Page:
With the arrival of summer, desires and necessities came together in the attraction of the charming countryside, fields and hills. The wealthy Venetians embarked on wherries or in sumptuous carriages flocked to the villas dotted around the province. The surroundings of these villas with their yew and box bushes, myrtle hedges and long esplanades of hornbeam fading into green flower-filled shrubbery were very different from the narrow canals and alleyways where the light filtered with difficulty. This was the perfect place to go riding, take a trip in the carriage or go for walks, but also for hunting, gambling, entertainment and theatrical performances. The "fashion" for owning a villa was not as is often thought typical of the 18th century. For at least the two previous centuries, what was criticised as a period of "easy customs" induced many merchants to spend enormous sums of money to build their own villa. As Girolamo Priuli writing in the 16th century explained: "the Veneto nobles and wealthy citizens wanted to rejoice and give themselves up to the pleasures and delights of the mainland. Abandoning navigation, they bought land on the mainland, paying double its actual value, built mansions and squandered huge sums of money… beautiful carriages and excellent horses... to the point where all their income was spent on eating and amusements".
The multifaceted role of the villas in the local economy and society
Considerably enriched by Palladium's "experimentation", a limited number of architectural types can be recognised in the diversified and varied composition of the elements making up the Veneto villa, such as the corpo dominicale (main block), barchessa (porticoed farm building), oratory, garden, orchard and outhouses.
Although the villas are largely uniform throughout the whole of the Veneto, the differences noticeable in some areas reflect consolidation of the economic and functional system of the time, with the geographic position more heavily influenced by the agricultural rather than the residential function.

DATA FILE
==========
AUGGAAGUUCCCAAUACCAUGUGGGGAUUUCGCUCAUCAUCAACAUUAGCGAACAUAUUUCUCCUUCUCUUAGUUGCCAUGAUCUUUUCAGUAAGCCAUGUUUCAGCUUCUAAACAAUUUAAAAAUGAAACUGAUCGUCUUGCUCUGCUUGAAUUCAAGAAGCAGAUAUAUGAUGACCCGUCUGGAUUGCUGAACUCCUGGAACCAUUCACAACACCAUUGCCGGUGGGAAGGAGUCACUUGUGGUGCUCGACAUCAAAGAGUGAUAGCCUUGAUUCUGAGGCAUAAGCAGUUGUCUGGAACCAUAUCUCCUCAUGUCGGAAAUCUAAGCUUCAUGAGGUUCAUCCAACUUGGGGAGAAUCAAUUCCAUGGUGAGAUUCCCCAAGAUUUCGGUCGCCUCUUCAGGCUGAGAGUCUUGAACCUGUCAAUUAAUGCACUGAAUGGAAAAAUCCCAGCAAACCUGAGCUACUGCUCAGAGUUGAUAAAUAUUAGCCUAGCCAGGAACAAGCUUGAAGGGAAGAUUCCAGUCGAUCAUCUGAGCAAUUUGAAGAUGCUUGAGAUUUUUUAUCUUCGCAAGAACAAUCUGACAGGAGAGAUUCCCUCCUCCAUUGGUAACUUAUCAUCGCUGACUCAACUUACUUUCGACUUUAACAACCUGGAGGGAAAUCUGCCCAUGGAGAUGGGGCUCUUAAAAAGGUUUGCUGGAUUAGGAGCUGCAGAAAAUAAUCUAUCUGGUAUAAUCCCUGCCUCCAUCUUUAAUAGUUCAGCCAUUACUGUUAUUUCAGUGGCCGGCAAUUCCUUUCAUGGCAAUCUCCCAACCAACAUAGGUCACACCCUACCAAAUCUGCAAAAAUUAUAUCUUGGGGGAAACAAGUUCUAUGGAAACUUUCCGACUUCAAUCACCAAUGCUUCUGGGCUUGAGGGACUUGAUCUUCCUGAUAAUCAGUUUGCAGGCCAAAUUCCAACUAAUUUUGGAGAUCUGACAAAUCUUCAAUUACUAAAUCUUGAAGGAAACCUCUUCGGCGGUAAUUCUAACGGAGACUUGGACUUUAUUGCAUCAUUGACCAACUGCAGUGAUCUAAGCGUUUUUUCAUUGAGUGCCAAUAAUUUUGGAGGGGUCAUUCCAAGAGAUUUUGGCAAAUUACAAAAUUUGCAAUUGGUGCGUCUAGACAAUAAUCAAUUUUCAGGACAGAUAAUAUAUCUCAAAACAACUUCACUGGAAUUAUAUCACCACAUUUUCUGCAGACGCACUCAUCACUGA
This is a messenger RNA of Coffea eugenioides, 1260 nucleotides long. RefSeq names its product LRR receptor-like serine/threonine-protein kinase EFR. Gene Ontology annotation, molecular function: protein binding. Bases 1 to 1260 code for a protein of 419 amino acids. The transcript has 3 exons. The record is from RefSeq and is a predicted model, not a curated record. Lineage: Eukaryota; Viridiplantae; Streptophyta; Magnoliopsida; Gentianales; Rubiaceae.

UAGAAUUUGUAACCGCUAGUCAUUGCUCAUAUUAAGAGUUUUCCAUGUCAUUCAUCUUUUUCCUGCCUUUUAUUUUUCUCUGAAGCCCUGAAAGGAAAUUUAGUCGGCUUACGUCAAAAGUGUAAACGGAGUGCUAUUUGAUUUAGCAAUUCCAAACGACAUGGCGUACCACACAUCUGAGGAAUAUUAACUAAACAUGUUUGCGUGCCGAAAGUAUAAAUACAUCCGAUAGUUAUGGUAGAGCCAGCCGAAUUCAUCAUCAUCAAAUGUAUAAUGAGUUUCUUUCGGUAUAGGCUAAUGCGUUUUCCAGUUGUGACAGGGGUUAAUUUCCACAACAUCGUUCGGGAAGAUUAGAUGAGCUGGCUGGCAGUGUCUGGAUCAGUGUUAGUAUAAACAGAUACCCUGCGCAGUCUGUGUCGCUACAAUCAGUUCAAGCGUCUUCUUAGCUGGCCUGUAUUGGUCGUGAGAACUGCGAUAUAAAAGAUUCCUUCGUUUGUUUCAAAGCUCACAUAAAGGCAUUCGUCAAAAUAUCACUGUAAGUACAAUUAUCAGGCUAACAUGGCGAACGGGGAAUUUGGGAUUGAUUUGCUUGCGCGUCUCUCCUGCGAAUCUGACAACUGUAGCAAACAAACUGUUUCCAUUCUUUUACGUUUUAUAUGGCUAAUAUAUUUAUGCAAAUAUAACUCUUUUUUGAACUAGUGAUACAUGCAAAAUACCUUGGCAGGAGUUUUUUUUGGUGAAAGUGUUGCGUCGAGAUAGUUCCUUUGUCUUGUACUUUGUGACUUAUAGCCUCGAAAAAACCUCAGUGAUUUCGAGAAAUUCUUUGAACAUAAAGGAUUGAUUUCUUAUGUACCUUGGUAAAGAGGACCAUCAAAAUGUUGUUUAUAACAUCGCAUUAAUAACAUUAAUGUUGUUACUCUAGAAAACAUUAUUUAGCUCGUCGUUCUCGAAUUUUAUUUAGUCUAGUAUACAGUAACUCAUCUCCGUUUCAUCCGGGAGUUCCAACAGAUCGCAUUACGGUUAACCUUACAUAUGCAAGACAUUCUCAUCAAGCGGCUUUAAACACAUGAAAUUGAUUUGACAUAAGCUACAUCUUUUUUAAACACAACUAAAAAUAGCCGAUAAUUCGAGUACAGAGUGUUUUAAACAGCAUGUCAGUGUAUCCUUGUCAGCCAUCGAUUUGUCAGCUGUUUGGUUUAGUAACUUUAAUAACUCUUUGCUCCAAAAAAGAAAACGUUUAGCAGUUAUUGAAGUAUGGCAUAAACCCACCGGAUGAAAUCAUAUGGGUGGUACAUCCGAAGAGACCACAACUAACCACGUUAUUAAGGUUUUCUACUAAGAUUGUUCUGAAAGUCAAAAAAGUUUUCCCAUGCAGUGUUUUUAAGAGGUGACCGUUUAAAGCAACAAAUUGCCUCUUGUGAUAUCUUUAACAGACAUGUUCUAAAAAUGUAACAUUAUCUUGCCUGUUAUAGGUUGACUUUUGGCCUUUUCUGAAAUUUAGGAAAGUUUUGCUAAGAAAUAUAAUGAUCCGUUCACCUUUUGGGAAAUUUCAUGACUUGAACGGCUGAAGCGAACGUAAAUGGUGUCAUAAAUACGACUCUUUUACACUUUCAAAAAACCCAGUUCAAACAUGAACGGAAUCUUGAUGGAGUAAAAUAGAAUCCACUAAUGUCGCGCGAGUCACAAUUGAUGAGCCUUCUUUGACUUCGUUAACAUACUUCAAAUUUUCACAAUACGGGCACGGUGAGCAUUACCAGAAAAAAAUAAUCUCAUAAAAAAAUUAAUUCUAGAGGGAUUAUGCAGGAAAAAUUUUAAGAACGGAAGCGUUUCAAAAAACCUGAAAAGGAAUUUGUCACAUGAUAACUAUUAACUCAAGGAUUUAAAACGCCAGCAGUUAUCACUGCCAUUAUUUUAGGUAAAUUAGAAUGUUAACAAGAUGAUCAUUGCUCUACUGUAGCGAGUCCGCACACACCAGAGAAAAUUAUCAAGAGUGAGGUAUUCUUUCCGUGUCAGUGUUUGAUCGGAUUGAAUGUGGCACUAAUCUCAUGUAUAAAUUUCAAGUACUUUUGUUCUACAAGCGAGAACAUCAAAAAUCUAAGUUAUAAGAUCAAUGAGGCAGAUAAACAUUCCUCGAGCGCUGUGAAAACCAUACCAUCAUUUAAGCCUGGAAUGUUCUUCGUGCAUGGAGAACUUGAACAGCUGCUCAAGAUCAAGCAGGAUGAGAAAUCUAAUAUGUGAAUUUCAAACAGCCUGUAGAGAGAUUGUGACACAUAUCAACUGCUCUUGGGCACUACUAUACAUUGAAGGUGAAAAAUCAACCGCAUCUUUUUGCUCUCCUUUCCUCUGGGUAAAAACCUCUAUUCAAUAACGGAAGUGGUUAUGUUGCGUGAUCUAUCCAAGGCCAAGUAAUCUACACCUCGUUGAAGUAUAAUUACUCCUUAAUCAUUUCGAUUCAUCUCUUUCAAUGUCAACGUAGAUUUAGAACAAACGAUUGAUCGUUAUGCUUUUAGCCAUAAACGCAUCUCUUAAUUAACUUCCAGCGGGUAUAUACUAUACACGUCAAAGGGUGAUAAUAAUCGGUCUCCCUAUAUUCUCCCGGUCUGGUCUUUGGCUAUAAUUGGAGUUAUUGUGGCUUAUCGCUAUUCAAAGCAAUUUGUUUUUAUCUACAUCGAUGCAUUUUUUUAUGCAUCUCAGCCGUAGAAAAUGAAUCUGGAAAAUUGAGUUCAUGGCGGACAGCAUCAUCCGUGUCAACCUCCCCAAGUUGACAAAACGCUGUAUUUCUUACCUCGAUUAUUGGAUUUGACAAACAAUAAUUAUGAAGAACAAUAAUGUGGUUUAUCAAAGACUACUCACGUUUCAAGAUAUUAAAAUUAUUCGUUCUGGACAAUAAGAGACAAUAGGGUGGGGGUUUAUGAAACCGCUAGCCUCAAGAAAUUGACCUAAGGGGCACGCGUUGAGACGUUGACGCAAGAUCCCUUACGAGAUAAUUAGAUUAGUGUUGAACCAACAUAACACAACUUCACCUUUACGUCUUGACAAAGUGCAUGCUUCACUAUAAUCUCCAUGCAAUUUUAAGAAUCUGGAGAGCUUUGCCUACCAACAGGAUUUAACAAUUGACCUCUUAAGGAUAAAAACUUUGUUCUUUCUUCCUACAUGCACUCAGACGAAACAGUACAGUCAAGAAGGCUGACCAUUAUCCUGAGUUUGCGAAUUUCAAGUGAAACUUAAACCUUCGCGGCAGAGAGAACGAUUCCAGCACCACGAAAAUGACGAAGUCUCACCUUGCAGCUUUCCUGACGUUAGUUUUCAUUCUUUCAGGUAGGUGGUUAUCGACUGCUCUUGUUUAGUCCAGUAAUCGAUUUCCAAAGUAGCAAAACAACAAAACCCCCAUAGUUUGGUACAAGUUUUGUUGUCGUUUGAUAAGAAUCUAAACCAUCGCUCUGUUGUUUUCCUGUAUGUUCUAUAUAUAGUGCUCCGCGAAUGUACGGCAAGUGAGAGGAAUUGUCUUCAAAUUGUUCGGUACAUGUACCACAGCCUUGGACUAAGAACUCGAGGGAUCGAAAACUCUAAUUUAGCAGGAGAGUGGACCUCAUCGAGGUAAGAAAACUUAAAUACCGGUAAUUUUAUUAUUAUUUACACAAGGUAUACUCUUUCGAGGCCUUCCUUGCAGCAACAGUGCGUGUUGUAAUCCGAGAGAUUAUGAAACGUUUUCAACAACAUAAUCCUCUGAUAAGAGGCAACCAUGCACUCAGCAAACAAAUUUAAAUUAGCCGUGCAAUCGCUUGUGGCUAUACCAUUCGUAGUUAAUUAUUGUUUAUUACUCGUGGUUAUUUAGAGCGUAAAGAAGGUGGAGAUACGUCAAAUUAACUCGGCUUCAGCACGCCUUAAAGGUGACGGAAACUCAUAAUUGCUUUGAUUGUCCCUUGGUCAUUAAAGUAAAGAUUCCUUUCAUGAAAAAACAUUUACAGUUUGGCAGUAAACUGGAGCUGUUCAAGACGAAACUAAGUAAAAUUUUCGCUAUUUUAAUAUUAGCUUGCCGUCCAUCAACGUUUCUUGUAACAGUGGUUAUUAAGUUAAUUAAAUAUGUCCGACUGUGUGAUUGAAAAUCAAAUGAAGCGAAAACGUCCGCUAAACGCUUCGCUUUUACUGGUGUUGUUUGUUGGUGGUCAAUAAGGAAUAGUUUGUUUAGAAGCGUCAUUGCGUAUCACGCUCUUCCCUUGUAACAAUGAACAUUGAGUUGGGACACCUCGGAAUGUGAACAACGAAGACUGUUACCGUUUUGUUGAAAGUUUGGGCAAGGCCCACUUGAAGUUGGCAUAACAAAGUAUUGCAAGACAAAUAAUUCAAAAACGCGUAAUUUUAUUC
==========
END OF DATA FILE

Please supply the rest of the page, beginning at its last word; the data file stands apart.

Just like the proximity of an important road, by facilitating communication, the closeness of a river makes the villa part of the land management system, facilitating the transport of agricultural products towards the markets of Venice. The physical, geographical, economic and social relationships between the villas and the local area correspond to the local political, economic and government policies which were already clear in the 15th century, became stronger in the second decade of the 16th century and evolved during the 17th and 18th centuries. The villas played a role as generating cells in that multicentre local fabric (capital city - market, village, hamlet, castle-abbey-villa) whose main lines were already established in the Middle Ages and are still today a specific characteristic of the Veneto area.
The splendours of the Serenissima, an enormous open air museum
The Venetian villas you pass along the river, some concealed by the vegetation, some more evident, with their neoclassical columns and capitals, light airy porticoes and decorative stucco work. The most famous include the Villa Barbaro Valier (now Battaggia) from the 16th century, another Villa Barbaro from the 17th century, Villa Fanio Cervellini from the 18th century near Cendon, the 15th century Villa Barbaro Gabbianelli at Lughignano commissioned by Caterina Cornaro as a wedding gift for one of her maids of honour Fiammetta, Villa Dalla Riva (now Canzian) from the 17th century, Villa Mantovani Orsetti and the 16th century Villa Celestia.